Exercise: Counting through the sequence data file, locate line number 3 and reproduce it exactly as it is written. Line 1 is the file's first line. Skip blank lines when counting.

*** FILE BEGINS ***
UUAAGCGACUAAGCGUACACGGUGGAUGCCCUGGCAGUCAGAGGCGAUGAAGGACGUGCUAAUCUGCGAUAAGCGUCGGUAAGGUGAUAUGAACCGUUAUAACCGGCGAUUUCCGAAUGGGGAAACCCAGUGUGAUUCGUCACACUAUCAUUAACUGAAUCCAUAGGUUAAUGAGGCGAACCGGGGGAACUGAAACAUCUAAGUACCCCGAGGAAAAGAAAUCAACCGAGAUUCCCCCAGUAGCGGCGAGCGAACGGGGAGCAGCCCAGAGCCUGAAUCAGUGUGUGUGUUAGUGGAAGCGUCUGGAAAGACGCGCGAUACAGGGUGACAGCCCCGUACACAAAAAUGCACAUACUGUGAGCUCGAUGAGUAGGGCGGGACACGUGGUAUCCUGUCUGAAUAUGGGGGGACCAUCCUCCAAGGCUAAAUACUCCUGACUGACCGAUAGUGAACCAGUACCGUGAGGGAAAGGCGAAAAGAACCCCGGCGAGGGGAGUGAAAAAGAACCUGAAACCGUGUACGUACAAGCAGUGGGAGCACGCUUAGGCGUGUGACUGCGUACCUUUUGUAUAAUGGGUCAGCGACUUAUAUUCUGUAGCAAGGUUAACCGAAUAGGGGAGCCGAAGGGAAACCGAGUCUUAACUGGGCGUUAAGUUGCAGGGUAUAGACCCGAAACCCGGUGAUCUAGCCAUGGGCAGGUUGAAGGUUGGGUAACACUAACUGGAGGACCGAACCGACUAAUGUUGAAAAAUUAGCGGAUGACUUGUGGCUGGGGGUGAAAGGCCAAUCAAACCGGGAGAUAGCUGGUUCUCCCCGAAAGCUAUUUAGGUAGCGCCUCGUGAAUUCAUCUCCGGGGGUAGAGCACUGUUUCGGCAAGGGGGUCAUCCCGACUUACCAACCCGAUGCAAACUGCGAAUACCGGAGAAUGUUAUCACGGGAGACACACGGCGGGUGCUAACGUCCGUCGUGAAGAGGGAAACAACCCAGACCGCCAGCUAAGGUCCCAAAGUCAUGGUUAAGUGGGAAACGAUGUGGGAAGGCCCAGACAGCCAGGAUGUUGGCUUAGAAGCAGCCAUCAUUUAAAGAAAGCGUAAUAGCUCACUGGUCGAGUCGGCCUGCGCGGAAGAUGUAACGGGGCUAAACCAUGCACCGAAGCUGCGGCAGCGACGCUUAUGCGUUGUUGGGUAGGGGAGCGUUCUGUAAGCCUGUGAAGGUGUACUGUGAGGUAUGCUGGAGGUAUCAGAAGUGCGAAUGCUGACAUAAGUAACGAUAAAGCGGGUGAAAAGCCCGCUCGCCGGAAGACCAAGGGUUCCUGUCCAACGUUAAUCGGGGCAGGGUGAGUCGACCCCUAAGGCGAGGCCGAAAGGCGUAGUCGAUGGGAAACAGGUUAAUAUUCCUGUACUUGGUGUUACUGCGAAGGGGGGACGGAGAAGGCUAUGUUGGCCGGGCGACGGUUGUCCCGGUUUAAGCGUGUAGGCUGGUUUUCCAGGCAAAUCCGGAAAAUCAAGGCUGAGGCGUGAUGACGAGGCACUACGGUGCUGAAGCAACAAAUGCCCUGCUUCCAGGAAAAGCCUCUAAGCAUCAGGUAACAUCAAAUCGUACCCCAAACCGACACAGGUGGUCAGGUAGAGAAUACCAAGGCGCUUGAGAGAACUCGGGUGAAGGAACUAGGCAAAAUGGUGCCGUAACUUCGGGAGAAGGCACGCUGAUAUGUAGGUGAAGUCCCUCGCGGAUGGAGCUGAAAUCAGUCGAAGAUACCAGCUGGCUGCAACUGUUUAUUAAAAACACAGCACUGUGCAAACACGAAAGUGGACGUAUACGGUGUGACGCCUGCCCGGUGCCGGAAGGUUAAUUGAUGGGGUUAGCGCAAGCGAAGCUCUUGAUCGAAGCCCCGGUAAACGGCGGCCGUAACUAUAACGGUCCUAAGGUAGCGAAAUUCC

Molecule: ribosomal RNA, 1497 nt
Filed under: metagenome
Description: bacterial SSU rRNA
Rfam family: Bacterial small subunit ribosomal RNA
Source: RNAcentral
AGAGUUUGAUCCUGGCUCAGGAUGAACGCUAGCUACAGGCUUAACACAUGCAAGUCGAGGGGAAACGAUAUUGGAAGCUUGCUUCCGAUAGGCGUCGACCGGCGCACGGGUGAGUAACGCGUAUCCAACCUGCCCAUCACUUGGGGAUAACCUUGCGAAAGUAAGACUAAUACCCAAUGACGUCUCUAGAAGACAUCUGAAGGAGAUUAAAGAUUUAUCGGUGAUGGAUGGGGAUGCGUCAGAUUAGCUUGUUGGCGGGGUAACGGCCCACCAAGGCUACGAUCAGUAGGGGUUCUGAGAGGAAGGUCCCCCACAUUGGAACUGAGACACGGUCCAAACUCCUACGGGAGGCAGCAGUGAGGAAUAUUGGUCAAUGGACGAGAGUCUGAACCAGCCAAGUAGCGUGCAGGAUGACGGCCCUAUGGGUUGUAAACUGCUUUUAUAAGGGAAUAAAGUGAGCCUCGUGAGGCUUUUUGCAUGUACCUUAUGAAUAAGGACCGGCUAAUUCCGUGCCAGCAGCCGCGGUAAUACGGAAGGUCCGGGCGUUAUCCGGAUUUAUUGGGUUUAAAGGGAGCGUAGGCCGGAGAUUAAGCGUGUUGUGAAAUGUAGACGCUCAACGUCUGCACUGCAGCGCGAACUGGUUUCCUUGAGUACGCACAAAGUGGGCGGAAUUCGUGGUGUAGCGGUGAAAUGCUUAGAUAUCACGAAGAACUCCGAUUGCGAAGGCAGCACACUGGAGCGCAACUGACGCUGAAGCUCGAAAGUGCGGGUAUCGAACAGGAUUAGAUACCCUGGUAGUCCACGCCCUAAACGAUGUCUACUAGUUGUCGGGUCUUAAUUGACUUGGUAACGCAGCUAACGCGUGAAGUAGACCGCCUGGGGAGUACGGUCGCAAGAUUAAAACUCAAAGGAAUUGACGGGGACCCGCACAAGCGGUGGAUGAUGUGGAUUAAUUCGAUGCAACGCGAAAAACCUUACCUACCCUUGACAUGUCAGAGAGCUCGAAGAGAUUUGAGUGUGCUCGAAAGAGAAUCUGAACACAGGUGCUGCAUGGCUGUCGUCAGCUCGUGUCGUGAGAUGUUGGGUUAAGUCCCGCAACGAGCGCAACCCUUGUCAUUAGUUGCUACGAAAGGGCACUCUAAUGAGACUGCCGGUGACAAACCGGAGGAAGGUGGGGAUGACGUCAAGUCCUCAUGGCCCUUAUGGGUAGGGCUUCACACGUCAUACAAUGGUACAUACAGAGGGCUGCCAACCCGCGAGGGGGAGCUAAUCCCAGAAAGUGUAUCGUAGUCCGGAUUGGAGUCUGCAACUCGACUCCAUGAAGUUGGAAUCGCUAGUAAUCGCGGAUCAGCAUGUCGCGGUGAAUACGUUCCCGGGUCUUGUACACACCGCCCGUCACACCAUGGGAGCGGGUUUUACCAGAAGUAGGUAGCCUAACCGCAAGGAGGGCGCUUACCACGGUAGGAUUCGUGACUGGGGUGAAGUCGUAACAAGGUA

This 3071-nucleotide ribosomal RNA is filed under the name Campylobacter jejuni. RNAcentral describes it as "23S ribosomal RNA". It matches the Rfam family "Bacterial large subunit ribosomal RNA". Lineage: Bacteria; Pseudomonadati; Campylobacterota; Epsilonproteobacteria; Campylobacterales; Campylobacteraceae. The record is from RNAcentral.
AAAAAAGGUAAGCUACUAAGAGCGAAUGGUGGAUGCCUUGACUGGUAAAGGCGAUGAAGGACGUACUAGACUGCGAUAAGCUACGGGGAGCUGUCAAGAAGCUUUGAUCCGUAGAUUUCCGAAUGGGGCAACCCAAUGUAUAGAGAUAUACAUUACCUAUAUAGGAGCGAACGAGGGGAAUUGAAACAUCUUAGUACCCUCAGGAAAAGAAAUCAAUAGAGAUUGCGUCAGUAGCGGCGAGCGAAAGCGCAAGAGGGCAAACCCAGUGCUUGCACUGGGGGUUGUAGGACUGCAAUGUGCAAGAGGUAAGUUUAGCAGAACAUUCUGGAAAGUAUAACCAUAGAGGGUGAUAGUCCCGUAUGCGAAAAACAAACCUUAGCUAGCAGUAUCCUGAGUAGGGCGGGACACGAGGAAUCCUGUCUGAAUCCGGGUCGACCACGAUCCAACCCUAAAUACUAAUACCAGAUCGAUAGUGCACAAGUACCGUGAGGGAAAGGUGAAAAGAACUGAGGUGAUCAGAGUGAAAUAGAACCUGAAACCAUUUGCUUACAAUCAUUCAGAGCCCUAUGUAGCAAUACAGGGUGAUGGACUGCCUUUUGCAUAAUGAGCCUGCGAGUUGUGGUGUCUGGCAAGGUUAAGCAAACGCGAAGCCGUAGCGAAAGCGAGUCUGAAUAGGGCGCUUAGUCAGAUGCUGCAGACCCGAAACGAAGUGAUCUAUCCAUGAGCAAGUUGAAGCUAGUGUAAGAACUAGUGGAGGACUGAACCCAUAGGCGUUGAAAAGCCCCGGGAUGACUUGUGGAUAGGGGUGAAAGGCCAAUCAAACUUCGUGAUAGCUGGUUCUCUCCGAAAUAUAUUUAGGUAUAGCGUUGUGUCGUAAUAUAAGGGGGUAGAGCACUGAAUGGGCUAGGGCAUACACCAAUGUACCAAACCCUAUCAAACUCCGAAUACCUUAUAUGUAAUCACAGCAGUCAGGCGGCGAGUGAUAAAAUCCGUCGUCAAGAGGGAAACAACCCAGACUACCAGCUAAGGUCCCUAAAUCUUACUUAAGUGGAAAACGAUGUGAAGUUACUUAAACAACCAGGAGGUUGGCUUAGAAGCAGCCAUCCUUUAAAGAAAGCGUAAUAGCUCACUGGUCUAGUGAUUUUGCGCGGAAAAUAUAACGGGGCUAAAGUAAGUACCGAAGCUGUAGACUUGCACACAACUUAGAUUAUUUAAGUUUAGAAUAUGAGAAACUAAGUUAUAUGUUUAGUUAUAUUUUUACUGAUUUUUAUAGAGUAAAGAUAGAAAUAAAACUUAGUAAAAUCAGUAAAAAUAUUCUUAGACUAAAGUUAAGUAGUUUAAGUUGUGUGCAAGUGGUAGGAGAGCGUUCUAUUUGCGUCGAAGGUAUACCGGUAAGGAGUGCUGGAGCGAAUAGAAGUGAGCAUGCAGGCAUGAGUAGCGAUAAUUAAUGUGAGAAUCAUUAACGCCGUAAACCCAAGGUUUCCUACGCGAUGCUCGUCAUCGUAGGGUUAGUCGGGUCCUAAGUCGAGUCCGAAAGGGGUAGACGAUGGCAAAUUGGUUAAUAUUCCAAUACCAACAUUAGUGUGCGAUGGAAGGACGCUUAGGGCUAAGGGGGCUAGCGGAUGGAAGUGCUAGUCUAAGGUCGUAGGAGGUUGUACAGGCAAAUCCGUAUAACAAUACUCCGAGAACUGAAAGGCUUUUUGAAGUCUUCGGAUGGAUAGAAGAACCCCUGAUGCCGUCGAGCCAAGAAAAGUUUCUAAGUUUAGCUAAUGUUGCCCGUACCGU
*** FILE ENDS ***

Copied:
Filed under: metagenome